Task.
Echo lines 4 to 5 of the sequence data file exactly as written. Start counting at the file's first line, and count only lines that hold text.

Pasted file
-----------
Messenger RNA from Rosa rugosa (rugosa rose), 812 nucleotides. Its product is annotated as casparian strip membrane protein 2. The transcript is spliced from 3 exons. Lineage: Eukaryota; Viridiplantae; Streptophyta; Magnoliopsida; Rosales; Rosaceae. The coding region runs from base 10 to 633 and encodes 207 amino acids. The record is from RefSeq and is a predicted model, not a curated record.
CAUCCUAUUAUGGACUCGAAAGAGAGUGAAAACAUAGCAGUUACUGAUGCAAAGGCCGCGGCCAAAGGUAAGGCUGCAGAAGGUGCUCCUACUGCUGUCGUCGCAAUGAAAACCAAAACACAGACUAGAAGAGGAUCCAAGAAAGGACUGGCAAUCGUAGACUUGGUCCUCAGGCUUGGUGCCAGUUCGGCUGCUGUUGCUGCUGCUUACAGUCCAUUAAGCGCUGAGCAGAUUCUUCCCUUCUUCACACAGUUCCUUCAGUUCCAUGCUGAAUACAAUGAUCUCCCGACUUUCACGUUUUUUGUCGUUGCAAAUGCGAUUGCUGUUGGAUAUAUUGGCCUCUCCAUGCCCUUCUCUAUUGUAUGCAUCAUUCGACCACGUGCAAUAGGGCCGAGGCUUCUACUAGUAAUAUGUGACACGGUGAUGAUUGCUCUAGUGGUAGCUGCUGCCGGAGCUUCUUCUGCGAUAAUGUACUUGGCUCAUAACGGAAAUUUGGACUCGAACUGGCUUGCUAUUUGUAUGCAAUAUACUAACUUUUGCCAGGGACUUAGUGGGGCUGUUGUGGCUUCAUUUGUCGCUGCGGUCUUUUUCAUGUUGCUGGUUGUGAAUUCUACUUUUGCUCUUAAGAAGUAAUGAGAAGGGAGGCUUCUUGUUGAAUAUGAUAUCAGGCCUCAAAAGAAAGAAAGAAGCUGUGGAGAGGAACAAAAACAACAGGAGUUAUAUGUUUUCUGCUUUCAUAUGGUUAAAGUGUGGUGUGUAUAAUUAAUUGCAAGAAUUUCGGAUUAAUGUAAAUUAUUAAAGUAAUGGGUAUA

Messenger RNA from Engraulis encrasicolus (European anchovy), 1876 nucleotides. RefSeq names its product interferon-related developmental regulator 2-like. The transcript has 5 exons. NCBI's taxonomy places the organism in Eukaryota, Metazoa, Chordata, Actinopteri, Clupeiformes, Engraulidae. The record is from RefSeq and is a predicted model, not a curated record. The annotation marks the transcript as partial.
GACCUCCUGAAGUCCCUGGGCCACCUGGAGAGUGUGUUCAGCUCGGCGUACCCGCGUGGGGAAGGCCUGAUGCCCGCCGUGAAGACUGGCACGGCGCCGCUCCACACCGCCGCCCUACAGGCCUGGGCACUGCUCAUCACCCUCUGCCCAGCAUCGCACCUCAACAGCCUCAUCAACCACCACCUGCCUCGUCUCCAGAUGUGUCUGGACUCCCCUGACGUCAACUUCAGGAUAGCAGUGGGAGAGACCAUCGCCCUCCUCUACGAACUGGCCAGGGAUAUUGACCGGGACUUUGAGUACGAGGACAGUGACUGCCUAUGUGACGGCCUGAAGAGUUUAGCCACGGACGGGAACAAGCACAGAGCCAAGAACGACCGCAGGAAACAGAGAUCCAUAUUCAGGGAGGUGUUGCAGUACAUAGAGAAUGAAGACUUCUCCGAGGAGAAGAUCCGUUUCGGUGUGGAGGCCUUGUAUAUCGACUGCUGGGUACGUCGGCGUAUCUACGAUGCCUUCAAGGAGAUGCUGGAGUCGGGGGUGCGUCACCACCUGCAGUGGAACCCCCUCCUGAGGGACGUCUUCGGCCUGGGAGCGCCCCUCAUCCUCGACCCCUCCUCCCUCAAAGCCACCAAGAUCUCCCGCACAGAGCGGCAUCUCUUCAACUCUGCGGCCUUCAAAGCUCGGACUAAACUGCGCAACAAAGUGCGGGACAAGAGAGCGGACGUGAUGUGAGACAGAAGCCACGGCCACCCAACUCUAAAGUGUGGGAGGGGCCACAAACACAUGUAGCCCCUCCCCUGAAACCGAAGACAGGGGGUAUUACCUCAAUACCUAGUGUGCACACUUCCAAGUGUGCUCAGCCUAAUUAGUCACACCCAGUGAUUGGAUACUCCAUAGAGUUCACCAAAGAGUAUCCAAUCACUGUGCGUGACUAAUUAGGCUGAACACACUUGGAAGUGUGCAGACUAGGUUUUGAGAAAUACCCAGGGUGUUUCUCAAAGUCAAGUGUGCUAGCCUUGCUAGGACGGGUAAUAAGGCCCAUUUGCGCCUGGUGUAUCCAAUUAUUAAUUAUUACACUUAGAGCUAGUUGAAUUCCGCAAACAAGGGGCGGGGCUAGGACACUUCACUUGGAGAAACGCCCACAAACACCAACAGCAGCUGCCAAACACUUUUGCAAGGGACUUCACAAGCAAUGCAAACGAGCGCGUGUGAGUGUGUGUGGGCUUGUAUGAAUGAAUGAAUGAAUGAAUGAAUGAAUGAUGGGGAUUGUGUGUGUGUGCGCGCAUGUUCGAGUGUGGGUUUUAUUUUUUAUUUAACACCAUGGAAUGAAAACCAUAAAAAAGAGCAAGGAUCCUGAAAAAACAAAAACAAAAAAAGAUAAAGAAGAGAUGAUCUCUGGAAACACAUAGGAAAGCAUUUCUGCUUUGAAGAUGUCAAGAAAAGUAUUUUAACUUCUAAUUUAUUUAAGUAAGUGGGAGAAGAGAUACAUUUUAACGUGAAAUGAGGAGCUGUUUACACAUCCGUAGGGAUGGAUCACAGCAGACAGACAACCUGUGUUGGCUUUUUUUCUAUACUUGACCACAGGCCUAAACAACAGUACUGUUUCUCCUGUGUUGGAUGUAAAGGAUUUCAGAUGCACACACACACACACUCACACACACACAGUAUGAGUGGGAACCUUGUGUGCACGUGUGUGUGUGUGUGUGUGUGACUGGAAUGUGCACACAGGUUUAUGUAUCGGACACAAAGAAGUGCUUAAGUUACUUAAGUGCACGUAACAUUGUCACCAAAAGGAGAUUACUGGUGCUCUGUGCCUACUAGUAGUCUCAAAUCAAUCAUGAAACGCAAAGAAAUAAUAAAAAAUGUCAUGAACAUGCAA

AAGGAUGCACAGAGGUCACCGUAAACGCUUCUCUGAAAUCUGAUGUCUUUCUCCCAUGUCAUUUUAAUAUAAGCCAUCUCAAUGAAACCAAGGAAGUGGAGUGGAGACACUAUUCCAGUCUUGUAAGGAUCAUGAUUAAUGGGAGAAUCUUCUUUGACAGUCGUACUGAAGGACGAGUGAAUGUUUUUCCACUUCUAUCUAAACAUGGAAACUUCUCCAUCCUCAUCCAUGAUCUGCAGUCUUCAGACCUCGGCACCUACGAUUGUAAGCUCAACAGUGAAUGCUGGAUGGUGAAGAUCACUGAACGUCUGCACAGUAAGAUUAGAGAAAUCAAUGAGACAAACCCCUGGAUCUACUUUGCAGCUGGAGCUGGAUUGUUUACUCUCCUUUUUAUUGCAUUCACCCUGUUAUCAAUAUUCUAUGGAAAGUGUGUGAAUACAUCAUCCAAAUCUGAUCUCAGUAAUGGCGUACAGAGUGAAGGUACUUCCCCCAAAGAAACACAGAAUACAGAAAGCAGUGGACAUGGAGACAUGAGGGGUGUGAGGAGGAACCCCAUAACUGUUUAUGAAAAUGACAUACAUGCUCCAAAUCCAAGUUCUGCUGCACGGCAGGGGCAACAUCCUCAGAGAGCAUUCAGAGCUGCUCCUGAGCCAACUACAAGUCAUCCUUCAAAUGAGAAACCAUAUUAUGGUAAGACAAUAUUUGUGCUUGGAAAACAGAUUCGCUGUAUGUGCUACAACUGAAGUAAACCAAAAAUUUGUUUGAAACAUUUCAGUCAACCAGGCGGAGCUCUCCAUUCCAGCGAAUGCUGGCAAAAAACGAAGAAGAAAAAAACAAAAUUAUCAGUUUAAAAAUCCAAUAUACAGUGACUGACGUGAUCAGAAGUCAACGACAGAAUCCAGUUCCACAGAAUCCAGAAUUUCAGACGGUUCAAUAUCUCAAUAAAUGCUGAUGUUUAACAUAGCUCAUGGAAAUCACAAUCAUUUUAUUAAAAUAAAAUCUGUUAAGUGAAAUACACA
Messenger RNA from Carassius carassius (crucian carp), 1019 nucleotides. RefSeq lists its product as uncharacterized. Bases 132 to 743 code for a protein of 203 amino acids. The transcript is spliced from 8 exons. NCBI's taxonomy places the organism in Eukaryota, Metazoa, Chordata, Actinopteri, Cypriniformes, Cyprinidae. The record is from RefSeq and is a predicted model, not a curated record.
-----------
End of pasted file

GACCUCCUGAAGUCCCUGGGCCACCUGGAGAGUGUGUUCAGCUCGGCGUACCCGCGUGGGGAAGGCCUGAUGCCCGCCGUGAAGACUGGCACGGCGCCGCUCCACACCGCCGCCCUACAGGCCUGGGCACUGCUCAUCACCCUCUGCCCAGCAUCGCACCUCAACAGCCUCAUCAACCACCACCUGCCUCGUCUCCAGAUGUGUCUGGACUCCCCUGACGUCAACUUCAGGAUAGCAGUGGGAGAGACCAUCGCCCUCCUCUACGAACUGGCCAGGGAUAUUGACCGGGACUUUGAGUACGAGGACAGUGACUGCCUAUGUGACGGCCUGAAGAGUUUAGCCACGGACGGGAACAAGCACAGAGCCAAGAACGACCGCAGGAAACAGAGAUCCAUAUUCAGGGAGGUGUUGCAGUACAUAGAGAAUGAAGACUUCUCCGAGGAGAAGAUCCGUUUCGGUGUGGAGGCCUUGUAUAUCGACUGCUGGGUACGUCGGCGUAUCUACGAUGCCUUCAAGGAGAUGCUGGAGUCGGGGGUGCGUCACCACCUGCAGUGGAACCCCCUCCUGAGGGACGUCUUCGGCCUGGGAGCGCCCCUCAUCCUCGACCCCUCCUCCCUCAAAGCCACCAAGAUCUCCCGCACAGAGCGGCAUCUCUUCAACUCUGCGGCCUUCAAAGCUCGGACUAAACUGCGCAACAAAGUGCGGGACAAGAGAGCGGACGUGAUGUGAGACAGAAGCCACGGCCACCCAACUCUAAAGUGUGGGAGGGGCCACAAACACAUGUAGCCCCUCCCCUGAAACCGAAGACAGGGGGUAUUACCUCAAUACCUAGUGUGCACACUUCCAAGUGUGCUCAGCCUAAUUAGUCACACCCAGUGAUUGGAUACUCCAUAGAGUUCACCAAAGAGUAUCCAAUCACUGUGCGUGACUAAUUAGGCUGAACACACUUGGAAGUGUGCAGACUAGGUUUUGAGAAAUACCCAGGGUGUUUCUCAAAGUCAAGUGUGCUAGCCUUGCUAGGACGGGUAAUAAGGCCCAUUUGCGCCUGGUGUAUCCAAUUAUUAAUUAUUACACUUAGAGCUAGUUGAAUUCCGCAAACAAGGGGCGGGGCUAGGACACUUCACUUGGAGAAACGCCCACAAACACCAACAGCAGCUGCCAAACACUUUUGCAAGGGACUUCACAAGCAAUGCAAACGAGCGCGUGUGAGUGUGUGUGGGCUUGUAUGAAUGAAUGAAUGAAUGAAUGAAUGAAUGAUGGGGAUUGUGUGUGUGUGCGCGCAUGUUCGAGUGUGGGUUUUAUUUUUUAUUUAACACCAUGGAAUGAAAACCAUAAAAAAGAGCAAGGAUCCUGAAAAAACAAAAACAAAAAAAGAUAAAGAAGAGAUGAUCUCUGGAAACACAUAGGAAAGCAUUUCUGCUUUGAAGAUGUCAAGAAAAGUAUUUUAACUUCUAAUUUAUUUAAGUAAGUGGGAGAAGAGAUACAUUUUAACGUGAAAUGAGGAGCUGUUUACACAUCCGUAGGGAUGGAUCACAGCAGACAGACAACCUGUGUUGGCUUUUUUUCUAUACUUGACCACAGGCCUAAACAACAGUACUGUUUCUCCUGUGUUGGAUGUAAAGGAUUUCAGAUGCACACACACACACACUCACACACACACAGUAUGAGUGGGAACCUUGUGUGCACGUGUGUGUGUGUGUGUGUGUGACUGGAAUGUGCACACAGGUUUAUGUAUCGGACACAAAGAAGUGCUUAAGUUACUUAAGUGCACGUAACAUUGUCACCAAAAGGAGAUUACUGGUGCUCUGUGCCUACUAGUAGUCUCAAAUCAAUCAUGAAACGCAAAGAAAUAAUAAAAAAUGUCAUGAACAUGCAA

AAGGAUGCACAGAGGUCACCGUAAACGCUUCUCUGAAAUCUGAUGUCUUUCUCCCAUGUCAUUUUAAUAUAAGCCAUCUCAAUGAAACCAAGGAAGUGGAGUGGAGACACUAUUCCAGUCUUGUAAGGAUCAUGAUUAAUGGGAGAAUCUUCUUUGACAGUCGUACUGAAGGACGAGUGAAUGUUUUUCCACUUCUAUCUAAACAUGGAAACUUCUCCAUCCUCAUCCAUGAUCUGCAGUCUUCAGACCUCGGCACCUACGAUUGUAAGCUCAACAGUGAAUGCUGGAUGGUGAAGAUCACUGAACGUCUGCACAGUAAGAUUAGAGAAAUCAAUGAGACAAACCCCUGGAUCUACUUUGCAGCUGGAGCUGGAUUGUUUACUCUCCUUUUUAUUGCAUUCACCCUGUUAUCAAUAUUCUAUGGAAAGUGUGUGAAUACAUCAUCCAAAUCUGAUCUCAGUAAUGGCGUACAGAGUGAAGGUACUUCCCCCAAAGAAACACAGAAUACAGAAAGCAGUGGACAUGGAGACAUGAGGGGUGUGAGGAGGAACCCCAUAACUGUUUAUGAAAAUGACAUACAUGCUCCAAAUCCAAGUUCUGCUGCACGGCAGGGGCAACAUCCUCAGAGAGCAUUCAGAGCUGCUCCUGAGCCAACUACAAGUCAUCCUUCAAAUGAGAAACCAUAUUAUGGUAAGACAAUAUUUGUGCUUGGAAAACAGAUUCGCUGUAUGUGCUACAACUGAAGUAAACCAAAAAUUUGUUUGAAACAUUUCAGUCAACCAGGCGGAGCUCUCCAUUCCAGCGAAUGCUGGCAAAAAACGAAGAAGAAAAAAACAAAAUUAUCAGUUUAAAAAUCCAAUAUACAGUGACUGACGUGAUCAGAAGUCAACGACAGAAUCCAGUUCCACAGAAUCCAGAAUUUCAGACGGUUCAAUAUCUCAAUAAAUGCUGAUGUUUAACAUAGCUCAUGGAAAUCACAAUCAUUUUAUUAAAAUAAAAUCUGUUAAGUGAAAUACACA